This portion of the machine needs to be assessed very carefully because any leaks present will likely include anesthetic vapor. This part of the machine is most susceptible to problems, but they are usually easy to correct. The process of discovering these problems utilizes visual and auditory inspection and a pressure test. The assessment should focus on the one-way valves, sodalime canister, breathing bag and circuit, and WAG connections and tubing.
Valves that can be dissembled will have either a rubber O-ring or gasket that forms a seal between the dome and the valve body. If this O-ring or gasket is torn, deformed or missing, it should be replaced. The plastic dome should be examined for chips or cracks and if any are found, the dome should be replaced. The threaded rings that hold the dome against the O-ring or gasket can be easily cross-threaded when assembling the one-way valve. When the ring becomes difficult to turn, the operator thinks it is tight and stops tightening the ring. This results in failure to seal the dome and can be a major leak in the system. If enough force is applied, the threads can be permanently damaged and new parts are required.
On some machines, it is possible to impinge the one-way disc between the dome and the valve body in such a way that it remains open all the time or it fails to open when the patient breathes. The one-way valves can be tested by using a surgeon’s mask or by curling one’s hand around the Y-piece, breathing into the circuit, and observing that the one-way valves move in the proper sequence.
There are many different styles of canisters, but functionally there are only two types. If the gases go only one way through the canister, the canister will be open on top and will have a perforated bottom with a gasket or O-ring that seals both the top and bottom surfaces of the canister. If the canister contains a baffle or a return tube in the center of the canister so that gas comes in the top and then flows to the bottom, around the baffle, and back to the top, there will be a seal only on the top surface. These two types of canisters can be described either as one-way or two-way canisters.
Since the one-way canister has a seal on both the top and bottom surfaces there is a greater potential for leaks. Soda sorb granules and dust can accumulate on the lower gasket or sealing surface and prevent the canister from forming a tight seal. This is one of the most common causes of leaks in an anesthetic circuit, and care must be taken to assure that all surfaces are clean and free of soda sorb dust and granules.
The two-way canister has less potential for leaks because it seals only at the top of the canister. However, since there is usually a tube down the center of the canister, the tube should be covered or plugged when being filled to prevent spilling of granules into the tube. Failure to remove the plug before attaching the canister to the machine will result in very high resistance to breathing. Some two-way canisters that have a baffle in the center have a threaded insert that fastens the canister to the machine. This insert must be covered when filling the canister to prevent soda sorb from getting into the threads. It is not necessary to fill soda sorb canisters to the very top. This can result in granules falling off or rubbing against the surface of the absorber gasket as the canister is placed into position on the absorber assembly. A 1/2–3/4 inch space should be left at the top of the canister.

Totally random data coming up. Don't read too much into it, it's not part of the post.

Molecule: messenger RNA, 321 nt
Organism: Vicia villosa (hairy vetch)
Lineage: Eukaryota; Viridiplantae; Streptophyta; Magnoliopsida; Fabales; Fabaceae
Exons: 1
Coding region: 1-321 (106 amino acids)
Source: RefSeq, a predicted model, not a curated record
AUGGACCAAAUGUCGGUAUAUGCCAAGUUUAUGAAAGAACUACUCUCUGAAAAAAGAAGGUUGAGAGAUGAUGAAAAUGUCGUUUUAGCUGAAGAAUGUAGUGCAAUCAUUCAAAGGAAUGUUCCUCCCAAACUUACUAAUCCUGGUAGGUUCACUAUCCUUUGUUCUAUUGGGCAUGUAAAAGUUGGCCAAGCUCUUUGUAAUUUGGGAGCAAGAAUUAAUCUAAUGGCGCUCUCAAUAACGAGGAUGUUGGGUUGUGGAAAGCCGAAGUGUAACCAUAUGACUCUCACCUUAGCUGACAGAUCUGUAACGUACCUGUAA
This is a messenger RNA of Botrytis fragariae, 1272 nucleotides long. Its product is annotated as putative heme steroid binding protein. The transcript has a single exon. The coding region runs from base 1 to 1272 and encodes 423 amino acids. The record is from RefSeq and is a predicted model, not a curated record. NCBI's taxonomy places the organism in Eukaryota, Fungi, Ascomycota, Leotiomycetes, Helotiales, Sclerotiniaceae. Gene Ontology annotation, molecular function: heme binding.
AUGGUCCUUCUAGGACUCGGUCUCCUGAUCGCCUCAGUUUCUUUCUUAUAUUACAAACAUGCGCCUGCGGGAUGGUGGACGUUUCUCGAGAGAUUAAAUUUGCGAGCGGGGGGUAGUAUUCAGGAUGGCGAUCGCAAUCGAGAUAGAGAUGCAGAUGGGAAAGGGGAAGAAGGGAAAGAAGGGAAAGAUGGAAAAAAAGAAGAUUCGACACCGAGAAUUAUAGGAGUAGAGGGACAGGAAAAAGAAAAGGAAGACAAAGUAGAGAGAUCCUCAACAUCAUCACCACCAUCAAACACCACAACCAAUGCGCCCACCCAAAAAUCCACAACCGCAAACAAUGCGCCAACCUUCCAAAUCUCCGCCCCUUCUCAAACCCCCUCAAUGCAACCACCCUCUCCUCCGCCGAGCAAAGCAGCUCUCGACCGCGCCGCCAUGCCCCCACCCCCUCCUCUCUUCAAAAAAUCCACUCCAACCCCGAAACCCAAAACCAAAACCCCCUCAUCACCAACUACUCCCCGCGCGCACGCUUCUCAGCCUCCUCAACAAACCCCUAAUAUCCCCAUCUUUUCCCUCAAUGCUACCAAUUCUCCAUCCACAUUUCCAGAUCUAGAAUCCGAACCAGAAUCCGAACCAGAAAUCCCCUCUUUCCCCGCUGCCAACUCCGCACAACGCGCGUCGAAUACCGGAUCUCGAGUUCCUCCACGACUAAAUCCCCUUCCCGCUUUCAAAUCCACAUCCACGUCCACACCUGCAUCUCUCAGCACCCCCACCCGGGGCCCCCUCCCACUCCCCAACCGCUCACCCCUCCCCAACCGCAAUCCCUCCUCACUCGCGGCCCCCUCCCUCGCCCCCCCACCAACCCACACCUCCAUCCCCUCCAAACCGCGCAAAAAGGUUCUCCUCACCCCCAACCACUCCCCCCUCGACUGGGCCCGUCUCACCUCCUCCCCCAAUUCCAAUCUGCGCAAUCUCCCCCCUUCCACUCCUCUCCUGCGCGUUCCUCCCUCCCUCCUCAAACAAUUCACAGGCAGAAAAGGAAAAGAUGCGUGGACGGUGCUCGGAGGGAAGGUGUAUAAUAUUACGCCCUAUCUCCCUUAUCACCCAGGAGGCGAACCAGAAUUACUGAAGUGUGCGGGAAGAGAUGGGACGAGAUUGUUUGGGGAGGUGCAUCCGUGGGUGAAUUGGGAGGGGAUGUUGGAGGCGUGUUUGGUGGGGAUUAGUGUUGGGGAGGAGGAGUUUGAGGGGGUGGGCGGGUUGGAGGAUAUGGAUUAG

Breathing bags and circuit
The major area of concern is where the tubes and bag connect to the machine. The stress created by repeatedly connecting and disconnecting the parts will cause breaks or cracks that will eventually cause leaks. These are usually visible by careful inspection prior to using the machine. To discover a hole in the bag, it will be necessary to do a pressure test so that the bag becomes distended and the hole is visible or audible. A hole in the breathing tubes can also be discovered during the pressure test, but it sometimes requires the use of a leak test solution to disclose the hole.
WAG tubing and connections
The most common problem is a poor connection to the APL valve on the machine. All connections should be made with the correct tubing size and with the proper adapters. The evacuation tubing should also be inspected for holes or tears and replaced if necessary. If the tubing lies on the floor and the anesthetic machine is moved frequently, the wheels may run over the tubing causing damage. One of the most common problems with the WAG tubing is the presence of very small holes, probably caused by cats that play with the tubing. In this case the tubing should be replaced at least once a year.